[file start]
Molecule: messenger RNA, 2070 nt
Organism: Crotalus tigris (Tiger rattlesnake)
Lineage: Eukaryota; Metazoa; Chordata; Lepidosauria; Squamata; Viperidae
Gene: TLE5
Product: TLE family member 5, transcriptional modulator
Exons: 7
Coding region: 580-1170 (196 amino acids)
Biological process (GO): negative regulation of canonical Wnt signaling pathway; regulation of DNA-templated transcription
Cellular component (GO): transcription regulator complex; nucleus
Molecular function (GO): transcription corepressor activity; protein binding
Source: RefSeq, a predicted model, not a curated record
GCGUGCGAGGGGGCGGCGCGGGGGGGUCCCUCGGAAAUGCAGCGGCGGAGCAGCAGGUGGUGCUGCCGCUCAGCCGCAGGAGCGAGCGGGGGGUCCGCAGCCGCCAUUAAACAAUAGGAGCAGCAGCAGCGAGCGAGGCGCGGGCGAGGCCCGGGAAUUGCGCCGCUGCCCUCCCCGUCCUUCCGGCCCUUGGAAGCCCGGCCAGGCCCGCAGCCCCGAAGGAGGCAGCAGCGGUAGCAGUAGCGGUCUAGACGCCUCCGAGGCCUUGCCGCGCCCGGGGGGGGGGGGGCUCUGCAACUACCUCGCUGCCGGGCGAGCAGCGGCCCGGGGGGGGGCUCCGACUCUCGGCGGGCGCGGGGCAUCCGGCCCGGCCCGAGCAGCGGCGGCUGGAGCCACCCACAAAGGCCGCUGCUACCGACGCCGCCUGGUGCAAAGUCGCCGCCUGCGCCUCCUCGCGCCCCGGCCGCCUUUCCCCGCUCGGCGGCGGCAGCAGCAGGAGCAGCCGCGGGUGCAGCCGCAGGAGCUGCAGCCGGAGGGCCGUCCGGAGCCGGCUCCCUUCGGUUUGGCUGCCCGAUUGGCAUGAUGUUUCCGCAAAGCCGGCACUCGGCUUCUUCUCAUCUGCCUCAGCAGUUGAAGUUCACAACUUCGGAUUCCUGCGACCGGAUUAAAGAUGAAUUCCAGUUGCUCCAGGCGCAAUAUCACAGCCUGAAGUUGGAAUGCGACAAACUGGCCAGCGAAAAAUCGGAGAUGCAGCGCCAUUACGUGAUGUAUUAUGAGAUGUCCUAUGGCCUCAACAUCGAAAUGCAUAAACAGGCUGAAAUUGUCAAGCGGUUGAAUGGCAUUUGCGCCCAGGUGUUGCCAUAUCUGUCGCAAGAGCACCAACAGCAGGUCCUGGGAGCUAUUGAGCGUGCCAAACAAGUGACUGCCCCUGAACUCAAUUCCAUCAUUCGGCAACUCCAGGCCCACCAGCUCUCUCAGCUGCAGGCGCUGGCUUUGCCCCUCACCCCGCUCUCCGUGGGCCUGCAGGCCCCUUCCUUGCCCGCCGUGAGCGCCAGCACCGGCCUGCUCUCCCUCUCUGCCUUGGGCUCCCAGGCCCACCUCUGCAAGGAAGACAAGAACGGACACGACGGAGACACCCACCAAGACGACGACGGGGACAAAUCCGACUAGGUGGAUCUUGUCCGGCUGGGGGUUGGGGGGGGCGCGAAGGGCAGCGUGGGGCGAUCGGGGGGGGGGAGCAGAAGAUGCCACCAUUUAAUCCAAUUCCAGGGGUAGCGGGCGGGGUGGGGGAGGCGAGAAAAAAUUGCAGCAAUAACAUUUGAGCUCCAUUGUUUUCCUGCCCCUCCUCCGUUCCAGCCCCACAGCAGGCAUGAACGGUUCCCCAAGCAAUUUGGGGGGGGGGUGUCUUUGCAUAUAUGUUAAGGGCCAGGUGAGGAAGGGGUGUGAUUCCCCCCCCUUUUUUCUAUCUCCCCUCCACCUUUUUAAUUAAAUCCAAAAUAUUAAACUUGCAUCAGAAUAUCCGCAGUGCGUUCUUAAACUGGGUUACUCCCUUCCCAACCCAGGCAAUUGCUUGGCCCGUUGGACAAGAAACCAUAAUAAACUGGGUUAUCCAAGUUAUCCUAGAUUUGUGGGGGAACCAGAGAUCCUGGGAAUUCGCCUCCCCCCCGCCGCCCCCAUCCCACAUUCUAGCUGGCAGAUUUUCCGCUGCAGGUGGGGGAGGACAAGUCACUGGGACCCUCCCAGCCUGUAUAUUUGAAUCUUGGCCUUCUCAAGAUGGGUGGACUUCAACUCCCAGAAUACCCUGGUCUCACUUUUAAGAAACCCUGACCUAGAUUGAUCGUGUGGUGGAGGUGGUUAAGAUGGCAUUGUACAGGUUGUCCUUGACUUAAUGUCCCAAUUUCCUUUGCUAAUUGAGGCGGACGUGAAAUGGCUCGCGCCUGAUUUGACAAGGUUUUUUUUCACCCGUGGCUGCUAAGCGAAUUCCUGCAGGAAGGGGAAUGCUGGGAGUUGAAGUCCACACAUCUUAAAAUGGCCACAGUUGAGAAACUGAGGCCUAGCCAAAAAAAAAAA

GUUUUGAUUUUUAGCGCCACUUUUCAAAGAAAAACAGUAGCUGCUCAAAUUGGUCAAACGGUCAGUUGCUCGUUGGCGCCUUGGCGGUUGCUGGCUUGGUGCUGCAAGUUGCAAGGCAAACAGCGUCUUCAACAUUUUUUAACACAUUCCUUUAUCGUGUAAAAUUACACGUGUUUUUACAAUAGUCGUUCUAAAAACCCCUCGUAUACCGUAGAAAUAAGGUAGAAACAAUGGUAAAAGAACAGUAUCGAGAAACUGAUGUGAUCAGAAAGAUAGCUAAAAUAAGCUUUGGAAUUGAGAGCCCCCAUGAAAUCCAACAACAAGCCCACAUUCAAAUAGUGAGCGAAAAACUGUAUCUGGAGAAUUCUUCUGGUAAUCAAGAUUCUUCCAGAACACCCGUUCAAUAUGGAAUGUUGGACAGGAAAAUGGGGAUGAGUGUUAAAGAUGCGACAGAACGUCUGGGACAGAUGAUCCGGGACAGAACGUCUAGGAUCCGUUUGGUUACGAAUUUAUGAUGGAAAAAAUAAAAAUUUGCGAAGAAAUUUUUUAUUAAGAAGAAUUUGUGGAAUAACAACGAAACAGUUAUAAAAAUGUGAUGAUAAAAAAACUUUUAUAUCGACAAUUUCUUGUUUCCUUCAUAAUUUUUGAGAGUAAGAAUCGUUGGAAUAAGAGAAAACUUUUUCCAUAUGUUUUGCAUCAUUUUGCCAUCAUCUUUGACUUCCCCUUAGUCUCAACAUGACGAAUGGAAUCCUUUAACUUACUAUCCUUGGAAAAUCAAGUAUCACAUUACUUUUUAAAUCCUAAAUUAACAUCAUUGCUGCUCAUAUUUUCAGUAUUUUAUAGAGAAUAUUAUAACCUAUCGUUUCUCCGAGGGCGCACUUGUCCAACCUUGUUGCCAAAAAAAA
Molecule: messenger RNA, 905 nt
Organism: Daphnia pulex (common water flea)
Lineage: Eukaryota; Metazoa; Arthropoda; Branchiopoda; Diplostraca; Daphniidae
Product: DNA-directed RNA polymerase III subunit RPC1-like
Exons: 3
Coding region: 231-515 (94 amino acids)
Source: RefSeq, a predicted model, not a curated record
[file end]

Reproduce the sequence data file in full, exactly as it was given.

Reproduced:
Molecule: messenger RNA, 2070 nt
Organism: Crotalus tigris (Tiger rattlesnake)
Lineage: Eukaryota; Metazoa; Chordata; Lepidosauria; Squamata; Viperidae
Gene: TLE5
Product: TLE family member 5, transcriptional modulator
Exons: 7
Coding region: 580-1170 (196 amino acids)
Biological process (GO): negative regulation of canonical Wnt signaling pathway; regulation of DNA-templated transcription
Cellular component (GO): transcription regulator complex; nucleus
Molecular function (GO): transcription corepressor activity; protein binding
Source: RefSeq, a predicted model, not a curated record
GCGUGCGAGGGGGCGGCGCGGGGGGGUCCCUCGGAAAUGCAGCGGCGGAGCAGCAGGUGGUGCUGCCGCUCAGCCGCAGGAGCGAGCGGGGGGUCCGCAGCCGCCAUUAAACAAUAGGAGCAGCAGCAGCGAGCGAGGCGCGGGCGAGGCCCGGGAAUUGCGCCGCUGCCCUCCCCGUCCUUCCGGCCCUUGGAAGCCCGGCCAGGCCCGCAGCCCCGAAGGAGGCAGCAGCGGUAGCAGUAGCGGUCUAGACGCCUCCGAGGCCUUGCCGCGCCCGGGGGGGGGGGGGCUCUGCAACUACCUCGCUGCCGGGCGAGCAGCGGCCCGGGGGGGGGCUCCGACUCUCGGCGGGCGCGGGGCAUCCGGCCCGGCCCGAGCAGCGGCGGCUGGAGCCACCCACAAAGGCCGCUGCUACCGACGCCGCCUGGUGCAAAGUCGCCGCCUGCGCCUCCUCGCGCCCCGGCCGCCUUUCCCCGCUCGGCGGCGGCAGCAGCAGGAGCAGCCGCGGGUGCAGCCGCAGGAGCUGCAGCCGGAGGGCCGUCCGGAGCCGGCUCCCUUCGGUUUGGCUGCCCGAUUGGCAUGAUGUUUCCGCAAAGCCGGCACUCGGCUUCUUCUCAUCUGCCUCAGCAGUUGAAGUUCACAACUUCGGAUUCCUGCGACCGGAUUAAAGAUGAAUUCCAGUUGCUCCAGGCGCAAUAUCACAGCCUGAAGUUGGAAUGCGACAAACUGGCCAGCGAAAAAUCGGAGAUGCAGCGCCAUUACGUGAUGUAUUAUGAGAUGUCCUAUGGCCUCAACAUCGAAAUGCAUAAACAGGCUGAAAUUGUCAAGCGGUUGAAUGGCAUUUGCGCCCAGGUGUUGCCAUAUCUGUCGCAAGAGCACCAACAGCAGGUCCUGGGAGCUAUUGAGCGUGCCAAACAAGUGACUGCCCCUGAACUCAAUUCCAUCAUUCGGCAACUCCAGGCCCACCAGCUCUCUCAGCUGCAGGCGCUGGCUUUGCCCCUCACCCCGCUCUCCGUGGGCCUGCAGGCCCCUUCCUUGCCCGCCGUGAGCGCCAGCACCGGCCUGCUCUCCCUCUCUGCCUUGGGCUCCCAGGCCCACCUCUGCAAGGAAGACAAGAACGGACACGACGGAGACACCCACCAAGACGACGACGGGGACAAAUCCGACUAGGUGGAUCUUGUCCGGCUGGGGGUUGGGGGGGGCGCGAAGGGCAGCGUGGGGCGAUCGGGGGGGGGGAGCAGAAGAUGCCACCAUUUAAUCCAAUUCCAGGGGUAGCGGGCGGGGUGGGGGAGGCGAGAAAAAAUUGCAGCAAUAACAUUUGAGCUCCAUUGUUUUCCUGCCCCUCCUCCGUUCCAGCCCCACAGCAGGCAUGAACGGUUCCCCAAGCAAUUUGGGGGGGGGGUGUCUUUGCAUAUAUGUUAAGGGCCAGGUGAGGAAGGGGUGUGAUUCCCCCCCCUUUUUUCUAUCUCCCCUCCACCUUUUUAAUUAAAUCCAAAAUAUUAAACUUGCAUCAGAAUAUCCGCAGUGCGUUCUUAAACUGGGUUACUCCCUUCCCAACCCAGGCAAUUGCUUGGCCCGUUGGACAAGAAACCAUAAUAAACUGGGUUAUCCAAGUUAUCCUAGAUUUGUGGGGGAACCAGAGAUCCUGGGAAUUCGCCUCCCCCCCGCCGCCCCCAUCCCACAUUCUAGCUGGCAGAUUUUCCGCUGCAGGUGGGGGAGGACAAGUCACUGGGACCCUCCCAGCCUGUAUAUUUGAAUCUUGGCCUUCUCAAGAUGGGUGGACUUCAACUCCCAGAAUACCCUGGUCUCACUUUUAAGAAACCCUGACCUAGAUUGAUCGUGUGGUGGAGGUGGUUAAGAUGGCAUUGUACAGGUUGUCCUUGACUUAAUGUCCCAAUUUCCUUUGCUAAUUGAGGCGGACGUGAAAUGGCUCGCGCCUGAUUUGACAAGGUUUUUUUUCACCCGUGGCUGCUAAGCGAAUUCCUGCAGGAAGGGGAAUGCUGGGAGUUGAAGUCCACACAUCUUAAAAUGGCCACAGUUGAGAAACUGAGGCCUAGCCAAAAAAAAAAA

GUUUUGAUUUUUAGCGCCACUUUUCAAAGAAAAACAGUAGCUGCUCAAAUUGGUCAAACGGUCAGUUGCUCGUUGGCGCCUUGGCGGUUGCUGGCUUGGUGCUGCAAGUUGCAAGGCAAACAGCGUCUUCAACAUUUUUUAACACAUUCCUUUAUCGUGUAAAAUUACACGUGUUUUUACAAUAGUCGUUCUAAAAACCCCUCGUAUACCGUAGAAAUAAGGUAGAAACAAUGGUAAAAGAACAGUAUCGAGAAACUGAUGUGAUCAGAAAGAUAGCUAAAAUAAGCUUUGGAAUUGAGAGCCCCCAUGAAAUCCAACAACAAGCCCACAUUCAAAUAGUGAGCGAAAAACUGUAUCUGGAGAAUUCUUCUGGUAAUCAAGAUUCUUCCAGAACACCCGUUCAAUAUGGAAUGUUGGACAGGAAAAUGGGGAUGAGUGUUAAAGAUGCGACAGAACGUCUGGGACAGAUGAUCCGGGACAGAACGUCUAGGAUCCGUUUGGUUACGAAUUUAUGAUGGAAAAAAUAAAAAUUUGCGAAGAAAUUUUUUAUUAAGAAGAAUUUGUGGAAUAACAACGAAACAGUUAUAAAAAUGUGAUGAUAAAAAAACUUUUAUAUCGACAAUUUCUUGUUUCCUUCAUAAUUUUUGAGAGUAAGAAUCGUUGGAAUAAGAGAAAACUUUUUCCAUAUGUUUUGCAUCAUUUUGCCAUCAUCUUUGACUUCCCCUUAGUCUCAACAUGACGAAUGGAAUCCUUUAACUUACUAUCCUUGGAAAAUCAAGUAUCACAUUACUUUUUAAAUCCUAAAUUAACAUCAUUGCUGCUCAUAUUUUCAGUAUUUUAUAGAGAAUAUUAUAACCUAUCGUUUCUCCGAGGGCGCACUUGUCCAACCUUGUUGCCAAAAAAAA
Molecule: messenger RNA, 905 nt
Organism: Daphnia pulex (common water flea)
Lineage: Eukaryota; Metazoa; Arthropoda; Branchiopoda; Diplostraca; Daphniidae
Product: DNA-directed RNA polymerase III subunit RPC1-like
Exons: 3
Coding region: 231-515 (94 amino acids)
Source: RefSeq, a predicted model, not a curated record